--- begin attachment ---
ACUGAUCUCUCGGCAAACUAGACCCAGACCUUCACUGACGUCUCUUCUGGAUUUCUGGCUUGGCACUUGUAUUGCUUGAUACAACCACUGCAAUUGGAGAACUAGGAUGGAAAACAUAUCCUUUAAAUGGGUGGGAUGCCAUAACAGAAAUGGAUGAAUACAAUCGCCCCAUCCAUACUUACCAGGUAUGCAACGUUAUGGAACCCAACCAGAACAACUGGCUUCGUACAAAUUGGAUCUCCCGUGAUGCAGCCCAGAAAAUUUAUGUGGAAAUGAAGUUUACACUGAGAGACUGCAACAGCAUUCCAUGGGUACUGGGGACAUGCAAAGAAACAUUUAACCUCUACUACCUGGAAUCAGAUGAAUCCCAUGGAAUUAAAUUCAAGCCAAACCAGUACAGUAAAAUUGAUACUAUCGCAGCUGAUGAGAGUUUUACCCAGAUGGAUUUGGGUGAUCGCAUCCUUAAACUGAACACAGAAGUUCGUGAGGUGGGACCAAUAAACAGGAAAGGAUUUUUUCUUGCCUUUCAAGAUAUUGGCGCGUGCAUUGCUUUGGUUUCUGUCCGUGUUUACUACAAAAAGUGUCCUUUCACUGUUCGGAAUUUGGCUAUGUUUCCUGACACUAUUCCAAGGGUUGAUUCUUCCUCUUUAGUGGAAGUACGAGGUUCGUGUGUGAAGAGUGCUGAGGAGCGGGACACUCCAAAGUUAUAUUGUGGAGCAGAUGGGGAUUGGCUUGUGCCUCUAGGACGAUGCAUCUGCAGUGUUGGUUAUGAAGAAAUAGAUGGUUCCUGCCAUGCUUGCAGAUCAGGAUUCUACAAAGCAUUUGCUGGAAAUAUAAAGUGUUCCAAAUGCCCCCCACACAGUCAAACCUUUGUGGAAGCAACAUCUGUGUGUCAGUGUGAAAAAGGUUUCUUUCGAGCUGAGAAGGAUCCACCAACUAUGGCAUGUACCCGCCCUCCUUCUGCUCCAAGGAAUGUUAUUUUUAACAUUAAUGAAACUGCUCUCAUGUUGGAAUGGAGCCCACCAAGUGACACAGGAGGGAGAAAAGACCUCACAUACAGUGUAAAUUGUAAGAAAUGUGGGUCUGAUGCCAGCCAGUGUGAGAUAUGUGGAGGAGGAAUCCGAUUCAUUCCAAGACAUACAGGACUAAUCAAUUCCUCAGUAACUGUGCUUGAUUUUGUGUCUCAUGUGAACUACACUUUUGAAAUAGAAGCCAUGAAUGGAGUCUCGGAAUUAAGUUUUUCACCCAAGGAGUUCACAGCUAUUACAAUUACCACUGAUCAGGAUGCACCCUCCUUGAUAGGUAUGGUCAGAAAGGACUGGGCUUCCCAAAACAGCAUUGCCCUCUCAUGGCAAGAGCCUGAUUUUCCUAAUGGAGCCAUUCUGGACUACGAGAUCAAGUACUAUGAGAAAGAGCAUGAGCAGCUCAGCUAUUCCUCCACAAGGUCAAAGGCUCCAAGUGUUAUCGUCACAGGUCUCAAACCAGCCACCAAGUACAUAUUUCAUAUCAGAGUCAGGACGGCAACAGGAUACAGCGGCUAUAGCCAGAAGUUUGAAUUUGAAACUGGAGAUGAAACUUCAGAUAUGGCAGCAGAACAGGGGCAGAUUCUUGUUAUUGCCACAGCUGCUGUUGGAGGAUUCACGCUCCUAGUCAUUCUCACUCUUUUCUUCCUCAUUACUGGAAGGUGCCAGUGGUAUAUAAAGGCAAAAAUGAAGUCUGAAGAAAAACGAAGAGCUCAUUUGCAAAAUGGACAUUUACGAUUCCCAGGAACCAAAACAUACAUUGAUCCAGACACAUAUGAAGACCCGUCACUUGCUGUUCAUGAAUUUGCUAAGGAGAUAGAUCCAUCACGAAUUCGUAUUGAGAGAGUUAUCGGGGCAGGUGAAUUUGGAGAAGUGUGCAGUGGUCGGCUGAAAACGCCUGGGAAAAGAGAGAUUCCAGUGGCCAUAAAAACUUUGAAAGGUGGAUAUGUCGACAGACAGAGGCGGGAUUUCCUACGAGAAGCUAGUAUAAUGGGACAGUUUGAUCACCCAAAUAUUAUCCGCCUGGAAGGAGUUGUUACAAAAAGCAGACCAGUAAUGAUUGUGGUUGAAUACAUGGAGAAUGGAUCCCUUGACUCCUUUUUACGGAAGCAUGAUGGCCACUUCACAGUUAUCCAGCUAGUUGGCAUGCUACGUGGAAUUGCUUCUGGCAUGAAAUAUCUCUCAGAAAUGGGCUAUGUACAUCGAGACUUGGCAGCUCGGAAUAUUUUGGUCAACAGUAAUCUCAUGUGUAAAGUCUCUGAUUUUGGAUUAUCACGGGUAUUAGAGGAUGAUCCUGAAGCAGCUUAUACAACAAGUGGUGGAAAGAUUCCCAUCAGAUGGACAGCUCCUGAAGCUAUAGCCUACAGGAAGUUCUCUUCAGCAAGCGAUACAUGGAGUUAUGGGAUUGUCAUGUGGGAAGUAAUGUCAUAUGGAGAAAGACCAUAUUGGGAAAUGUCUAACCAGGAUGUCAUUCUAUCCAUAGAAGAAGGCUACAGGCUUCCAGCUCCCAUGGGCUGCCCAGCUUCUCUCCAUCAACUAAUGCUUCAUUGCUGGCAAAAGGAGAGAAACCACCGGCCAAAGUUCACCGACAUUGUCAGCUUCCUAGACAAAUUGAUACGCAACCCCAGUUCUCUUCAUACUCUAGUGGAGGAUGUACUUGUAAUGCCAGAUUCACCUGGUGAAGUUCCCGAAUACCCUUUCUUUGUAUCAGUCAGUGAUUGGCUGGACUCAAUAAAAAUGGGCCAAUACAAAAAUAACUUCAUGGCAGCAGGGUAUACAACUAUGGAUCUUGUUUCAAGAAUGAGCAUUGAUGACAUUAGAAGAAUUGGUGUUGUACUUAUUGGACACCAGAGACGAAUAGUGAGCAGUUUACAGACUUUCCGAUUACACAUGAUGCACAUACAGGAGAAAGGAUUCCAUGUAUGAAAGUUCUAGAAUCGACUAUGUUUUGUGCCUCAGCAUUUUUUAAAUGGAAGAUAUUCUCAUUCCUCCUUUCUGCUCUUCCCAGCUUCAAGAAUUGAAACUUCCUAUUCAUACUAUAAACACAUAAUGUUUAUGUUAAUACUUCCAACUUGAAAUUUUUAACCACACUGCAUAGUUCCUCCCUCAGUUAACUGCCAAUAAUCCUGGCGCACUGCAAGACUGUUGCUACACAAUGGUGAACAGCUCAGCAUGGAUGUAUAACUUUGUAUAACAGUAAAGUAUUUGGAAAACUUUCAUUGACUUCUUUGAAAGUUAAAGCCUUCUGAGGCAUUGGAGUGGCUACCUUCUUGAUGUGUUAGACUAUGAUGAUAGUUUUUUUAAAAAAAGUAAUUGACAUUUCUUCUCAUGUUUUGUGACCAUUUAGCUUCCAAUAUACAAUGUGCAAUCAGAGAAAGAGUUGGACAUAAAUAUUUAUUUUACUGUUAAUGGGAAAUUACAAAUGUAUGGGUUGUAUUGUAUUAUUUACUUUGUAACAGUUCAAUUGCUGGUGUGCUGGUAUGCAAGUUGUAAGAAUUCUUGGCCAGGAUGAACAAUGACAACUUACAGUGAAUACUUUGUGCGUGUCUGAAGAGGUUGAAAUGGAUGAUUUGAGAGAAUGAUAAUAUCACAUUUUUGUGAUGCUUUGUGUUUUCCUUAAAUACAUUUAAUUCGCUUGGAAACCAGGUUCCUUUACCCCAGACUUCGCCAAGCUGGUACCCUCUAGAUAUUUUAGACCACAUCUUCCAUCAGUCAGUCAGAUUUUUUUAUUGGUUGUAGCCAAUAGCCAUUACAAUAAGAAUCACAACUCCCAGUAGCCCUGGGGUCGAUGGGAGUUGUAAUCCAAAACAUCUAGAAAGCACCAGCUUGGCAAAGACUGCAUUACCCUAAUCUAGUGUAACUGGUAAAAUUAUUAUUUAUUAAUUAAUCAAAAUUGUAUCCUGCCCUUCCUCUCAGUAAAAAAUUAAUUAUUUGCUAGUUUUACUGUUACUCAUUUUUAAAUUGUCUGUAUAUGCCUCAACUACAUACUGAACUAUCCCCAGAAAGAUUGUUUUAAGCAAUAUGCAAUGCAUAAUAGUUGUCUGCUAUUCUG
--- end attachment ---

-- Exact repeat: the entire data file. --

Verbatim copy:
ACUGAUCUCUCGGCAAACUAGACCCAGACCUUCACUGACGUCUCUUCUGGAUUUCUGGCUUGGCACUUGUAUUGCUUGAUACAACCACUGCAAUUGGAGAACUAGGAUGGAAAACAUAUCCUUUAAAUGGGUGGGAUGCCAUAACAGAAAUGGAUGAAUACAAUCGCCCCAUCCAUACUUACCAGGUAUGCAACGUUAUGGAACCCAACCAGAACAACUGGCUUCGUACAAAUUGGAUCUCCCGUGAUGCAGCCCAGAAAAUUUAUGUGGAAAUGAAGUUUACACUGAGAGACUGCAACAGCAUUCCAUGGGUACUGGGGACAUGCAAAGAAACAUUUAACCUCUACUACCUGGAAUCAGAUGAAUCCCAUGGAAUUAAAUUCAAGCCAAACCAGUACAGUAAAAUUGAUACUAUCGCAGCUGAUGAGAGUUUUACCCAGAUGGAUUUGGGUGAUCGCAUCCUUAAACUGAACACAGAAGUUCGUGAGGUGGGACCAAUAAACAGGAAAGGAUUUUUUCUUGCCUUUCAAGAUAUUGGCGCGUGCAUUGCUUUGGUUUCUGUCCGUGUUUACUACAAAAAGUGUCCUUUCACUGUUCGGAAUUUGGCUAUGUUUCCUGACACUAUUCCAAGGGUUGAUUCUUCCUCUUUAGUGGAAGUACGAGGUUCGUGUGUGAAGAGUGCUGAGGAGCGGGACACUCCAAAGUUAUAUUGUGGAGCAGAUGGGGAUUGGCUUGUGCCUCUAGGACGAUGCAUCUGCAGUGUUGGUUAUGAAGAAAUAGAUGGUUCCUGCCAUGCUUGCAGAUCAGGAUUCUACAAAGCAUUUGCUGGAAAUAUAAAGUGUUCCAAAUGCCCCCCACACAGUCAAACCUUUGUGGAAGCAACAUCUGUGUGUCAGUGUGAAAAAGGUUUCUUUCGAGCUGAGAAGGAUCCACCAACUAUGGCAUGUACCCGCCCUCCUUCUGCUCCAAGGAAUGUUAUUUUUAACAUUAAUGAAACUGCUCUCAUGUUGGAAUGGAGCCCACCAAGUGACACAGGAGGGAGAAAAGACCUCACAUACAGUGUAAAUUGUAAGAAAUGUGGGUCUGAUGCCAGCCAGUGUGAGAUAUGUGGAGGAGGAAUCCGAUUCAUUCCAAGACAUACAGGACUAAUCAAUUCCUCAGUAACUGUGCUUGAUUUUGUGUCUCAUGUGAACUACACUUUUGAAAUAGAAGCCAUGAAUGGAGUCUCGGAAUUAAGUUUUUCACCCAAGGAGUUCACAGCUAUUACAAUUACCACUGAUCAGGAUGCACCCUCCUUGAUAGGUAUGGUCAGAAAGGACUGGGCUUCCCAAAACAGCAUUGCCCUCUCAUGGCAAGAGCCUGAUUUUCCUAAUGGAGCCAUUCUGGACUACGAGAUCAAGUACUAUGAGAAAGAGCAUGAGCAGCUCAGCUAUUCCUCCACAAGGUCAAAGGCUCCAAGUGUUAUCGUCACAGGUCUCAAACCAGCCACCAAGUACAUAUUUCAUAUCAGAGUCAGGACGGCAACAGGAUACAGCGGCUAUAGCCAGAAGUUUGAAUUUGAAACUGGAGAUGAAACUUCAGAUAUGGCAGCAGAACAGGGGCAGAUUCUUGUUAUUGCCACAGCUGCUGUUGGAGGAUUCACGCUCCUAGUCAUUCUCACUCUUUUCUUCCUCAUUACUGGAAGGUGCCAGUGGUAUAUAAAGGCAAAAAUGAAGUCUGAAGAAAAACGAAGAGCUCAUUUGCAAAAUGGACAUUUACGAUUCCCAGGAACCAAAACAUACAUUGAUCCAGACACAUAUGAAGACCCGUCACUUGCUGUUCAUGAAUUUGCUAAGGAGAUAGAUCCAUCACGAAUUCGUAUUGAGAGAGUUAUCGGGGCAGGUGAAUUUGGAGAAGUGUGCAGUGGUCGGCUGAAAACGCCUGGGAAAAGAGAGAUUCCAGUGGCCAUAAAAACUUUGAAAGGUGGAUAUGUCGACAGACAGAGGCGGGAUUUCCUACGAGAAGCUAGUAUAAUGGGACAGUUUGAUCACCCAAAUAUUAUCCGCCUGGAAGGAGUUGUUACAAAAAGCAGACCAGUAAUGAUUGUGGUUGAAUACAUGGAGAAUGGAUCCCUUGACUCCUUUUUACGGAAGCAUGAUGGCCACUUCACAGUUAUCCAGCUAGUUGGCAUGCUACGUGGAAUUGCUUCUGGCAUGAAAUAUCUCUCAGAAAUGGGCUAUGUACAUCGAGACUUGGCAGCUCGGAAUAUUUUGGUCAACAGUAAUCUCAUGUGUAAAGUCUCUGAUUUUGGAUUAUCACGGGUAUUAGAGGAUGAUCCUGAAGCAGCUUAUACAACAAGUGGUGGAAAGAUUCCCAUCAGAUGGACAGCUCCUGAAGCUAUAGCCUACAGGAAGUUCUCUUCAGCAAGCGAUACAUGGAGUUAUGGGAUUGUCAUGUGGGAAGUAAUGUCAUAUGGAGAAAGACCAUAUUGGGAAAUGUCUAACCAGGAUGUCAUUCUAUCCAUAGAAGAAGGCUACAGGCUUCCAGCUCCCAUGGGCUGCCCAGCUUCUCUCCAUCAACUAAUGCUUCAUUGCUGGCAAAAGGAGAGAAACCACCGGCCAAAGUUCACCGACAUUGUCAGCUUCCUAGACAAAUUGAUACGCAACCCCAGUUCUCUUCAUACUCUAGUGGAGGAUGUACUUGUAAUGCCAGAUUCACCUGGUGAAGUUCCCGAAUACCCUUUCUUUGUAUCAGUCAGUGAUUGGCUGGACUCAAUAAAAAUGGGCCAAUACAAAAAUAACUUCAUGGCAGCAGGGUAUACAACUAUGGAUCUUGUUUCAAGAAUGAGCAUUGAUGACAUUAGAAGAAUUGGUGUUGUACUUAUUGGACACCAGAGACGAAUAGUGAGCAGUUUACAGACUUUCCGAUUACACAUGAUGCACAUACAGGAGAAAGGAUUCCAUGUAUGAAAGUUCUAGAAUCGACUAUGUUUUGUGCCUCAGCAUUUUUUAAAUGGAAGAUAUUCUCAUUCCUCCUUUCUGCUCUUCCCAGCUUCAAGAAUUGAAACUUCCUAUUCAUACUAUAAACACAUAAUGUUUAUGUUAAUACUUCCAACUUGAAAUUUUUAACCACACUGCAUAGUUCCUCCCUCAGUUAACUGCCAAUAAUCCUGGCGCACUGCAAGACUGUUGCUACACAAUGGUGAACAGCUCAGCAUGGAUGUAUAACUUUGUAUAACAGUAAAGUAUUUGGAAAACUUUCAUUGACUUCUUUGAAAGUUAAAGCCUUCUGAGGCAUUGGAGUGGCUACCUUCUUGAUGUGUUAGACUAUGAUGAUAGUUUUUUUAAAAAAAGUAAUUGACAUUUCUUCUCAUGUUUUGUGACCAUUUAGCUUCCAAUAUACAAUGUGCAAUCAGAGAAAGAGUUGGACAUAAAUAUUUAUUUUACUGUUAAUGGGAAAUUACAAAUGUAUGGGUUGUAUUGUAUUAUUUACUUUGUAACAGUUCAAUUGCUGGUGUGCUGGUAUGCAAGUUGUAAGAAUUCUUGGCCAGGAUGAACAAUGACAACUUACAGUGAAUACUUUGUGCGUGUCUGAAGAGGUUGAAAUGGAUGAUUUGAGAGAAUGAUAAUAUCACAUUUUUGUGAUGCUUUGUGUUUUCCUUAAAUACAUUUAAUUCGCUUGGAAACCAGGUUCCUUUACCCCAGACUUCGCCAAGCUGGUACCCUCUAGAUAUUUUAGACCACAUCUUCCAUCAGUCAGUCAGAUUUUUUUAUUGGUUGUAGCCAAUAGCCAUUACAAUAAGAAUCACAACUCCCAGUAGCCCUGGGGUCGAUGGGAGUUGUAAUCCAAAACAUCUAGAAAGCACCAGCUUGGCAAAGACUGCAUUACCCUAAUCUAGUGUAACUGGUAAAAUUAUUAUUUAUUAAUUAAUCAAAAUUGUAUCCUGCCCUUCCUCUCAGUAAAAAAUUAAUUAUUUGCUAGUUUUACUGUUACUCAUUUUUAAAUUGUCUGUAUAUGCCUCAACUACAUACUGAACUAUCCCCAGAAAGAUUGUUUUAAGCAAUAUGCAAUGCAUAAUAGUUGUCUGCUAUUCUG